The Chinese Arts and Culture Festival, which now forms part of The Edinburgh Fringe Festival, was held over two days earlier this week. The Festival, which was launched last year, provided the opportunity to see a series of top quality Chinese displays of dramatic art.:a unique opportunity for visitors to and residents of Scotland. Plans are already in hand to mount the event again next year.
Below we feature photographs of some of the performances.
Apologue 2047 was in the nature of a more experimental work of performance art. Here traditional musicians from Fujian province accompany dancers sealed in a transparent oblong box over which blue paint was sprayed. Photo Paul Harris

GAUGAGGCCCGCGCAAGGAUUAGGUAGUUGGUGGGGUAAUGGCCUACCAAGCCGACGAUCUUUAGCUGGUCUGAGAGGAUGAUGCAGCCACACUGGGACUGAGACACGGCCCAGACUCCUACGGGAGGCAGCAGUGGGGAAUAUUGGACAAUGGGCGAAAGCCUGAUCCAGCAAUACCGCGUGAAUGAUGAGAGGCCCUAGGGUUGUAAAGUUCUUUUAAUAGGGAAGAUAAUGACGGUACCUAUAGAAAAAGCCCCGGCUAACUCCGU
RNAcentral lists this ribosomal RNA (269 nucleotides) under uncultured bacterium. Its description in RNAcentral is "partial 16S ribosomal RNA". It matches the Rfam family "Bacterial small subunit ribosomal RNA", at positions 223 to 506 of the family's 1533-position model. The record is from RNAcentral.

A scene from the opera The Drunken Concubine presented by Wuhan Peking Opera Group and which was marked by by stunning, colourful costumes. Below Makeup and costume constituted a faultless contribution to the opera. Photo Paul Harris
A scene from another less than conventional presentation by Zhaoliang ART entitled The Tea Spell. It started with a woman, made up to simulate nudity clambering through the audience in acrobatic style ! Photo Paul Harris
Singing of China in Edinburgh was a charming presentation by children from the Beijing Shanghai Experimental School. They sang a variety of Chinese classical songs, finishing off, appropriately, with the famous Scottish valedictory Auld Lang Syne. Photo Paul Harris